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For the Week Ending September 14, 2018

A mixed bag of data highlighted the economic calendar this week, but the general theme of the economy's performance in the third quarter remains intact. Simply put, the economy still retains a good deal of momentum but growth in the July-September period is poised to slow modestly from the robust 4.2 percent pace registered in the second quarter. Mother Nature may once again influence the ultimate outcome, as Hurricane Florence, which hit the Carolinas on Friday, will no doubt have an impact on spending and production data over the final two weeks of the quarter. Meanwhile, the financial markets, which are marking the 10th anniversary of the Lehman Brothers collapse this weekend, continue to vanquish the scars and bitter memories of the financial crisis that followed, albeit recriminations and finger-pointing are still capturing headlines.

Happily, investors did not have to cope with unsettling political developments during the week. If anything, the news on this front was mildly positive, as the Trump administration held out an olive branch to China, hoping to resume trade negotiations before punitive tariffs on Chinese imports take effect. The prospect of an escalating trade war with China - not to mention the still-unsettled Nafta negotiations - continues to be a major wild-card in the economic outlook as well as a disruptive influence on the financial markets. So far, the negative ramifications have been mostly anecdotal, with myriad business leaders reporting supply chain disruptions, higher prices on foreign-bought inputs and delayed investment decisions due to trade uncertainty. While the ramifications have yet to infiltrate the hard data in a meaningful way, policymakers are becoming increasingly mindful of the potential effects, something that was clearly reflected in the latest Beige Book released this week.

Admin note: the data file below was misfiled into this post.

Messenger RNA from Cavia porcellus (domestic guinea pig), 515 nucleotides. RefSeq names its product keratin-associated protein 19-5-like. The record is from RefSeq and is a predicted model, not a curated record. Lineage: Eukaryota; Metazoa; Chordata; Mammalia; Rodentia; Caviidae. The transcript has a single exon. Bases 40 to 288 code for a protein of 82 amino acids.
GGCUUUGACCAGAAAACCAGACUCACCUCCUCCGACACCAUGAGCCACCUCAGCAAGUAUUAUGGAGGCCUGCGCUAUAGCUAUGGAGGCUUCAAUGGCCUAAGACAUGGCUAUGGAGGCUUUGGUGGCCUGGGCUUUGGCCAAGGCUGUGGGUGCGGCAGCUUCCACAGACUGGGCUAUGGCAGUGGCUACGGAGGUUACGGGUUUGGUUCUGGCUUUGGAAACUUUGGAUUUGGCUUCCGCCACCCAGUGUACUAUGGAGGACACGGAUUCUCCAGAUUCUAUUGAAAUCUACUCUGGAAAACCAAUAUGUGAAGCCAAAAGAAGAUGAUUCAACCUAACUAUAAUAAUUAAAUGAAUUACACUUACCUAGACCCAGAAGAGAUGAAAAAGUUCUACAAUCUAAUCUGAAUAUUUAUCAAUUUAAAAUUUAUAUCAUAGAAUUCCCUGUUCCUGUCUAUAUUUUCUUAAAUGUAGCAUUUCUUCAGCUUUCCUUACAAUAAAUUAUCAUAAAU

That said, the Fed is virtually certain to pull the rate trigger again at its upcoming policy meeting on September 25-26. With officials confident that employment and inflation targets have been met, there is no reason to put on hold the planned strategy of gradually bringing interest rates up to normal levels. Interestingly, the current spread between the 10- and 2-year Treasury yield sits at a cycle low of 21 basis points, so the next 25 basis point Fed increase may well bring about the much-dreaded inversion, which historically correlates with a recession 12-18 months down the road. Whether "this time is different" as some Fed officials and many Wall Street analysts believe, a curve inversion has been an infallible precursor of economic downturns, so it is not a trivial moment to dismiss out of hand.

From our lens, the odds of a recession over the foreseeable future remain quite low, barring a surprise from external shocks or a policy mistake. The former, of course, is always unpredictable although an all-out trade war and escalating debt problems of emerging market nations are worrisome signals on the radar screen. However, the markets are understandably concerned about a policy mistake, as the Fed has a history of either overstaying a policy course or overreacting to events that sends the economy into a recession. No one is worried about the next move, which has been clearly telegraphed and widely recognized as justified by ongoing fundamentals. But as growth slows as expected later this year and into 2019 amid signs of higher inflation, we suspect that perceptions regarding how fast or slow the Fed should proceed will not be as harmonious as they have been to this point.

Indeed, recent crosscurrents in the data portend a widening divergence in opinion that is bound to unfold in coming quarters. Last week's jobs report, for example, bolstered sentiment for a quickened pace of rate hikes as the surprising jump in hourly earnings heightened concerns that wage inflation was gaining traction. Following the report, bond yields spiked, a time-honored response to higher inflation expectations and a more aggressive tightening of monetary policy. Indeed, a few Fed officials, highlighted by Fed
Governors Brainard and Evans, delivered speeches that sounded a decidedly more hawkish tone this week. Adding fuel to the fire, the escalation of wage growth comes on the heels of frisky price data, with the key measure the Fed monitors - the core personal consumption deflator - hitting the 2 percent target in July for the first time since April 2012.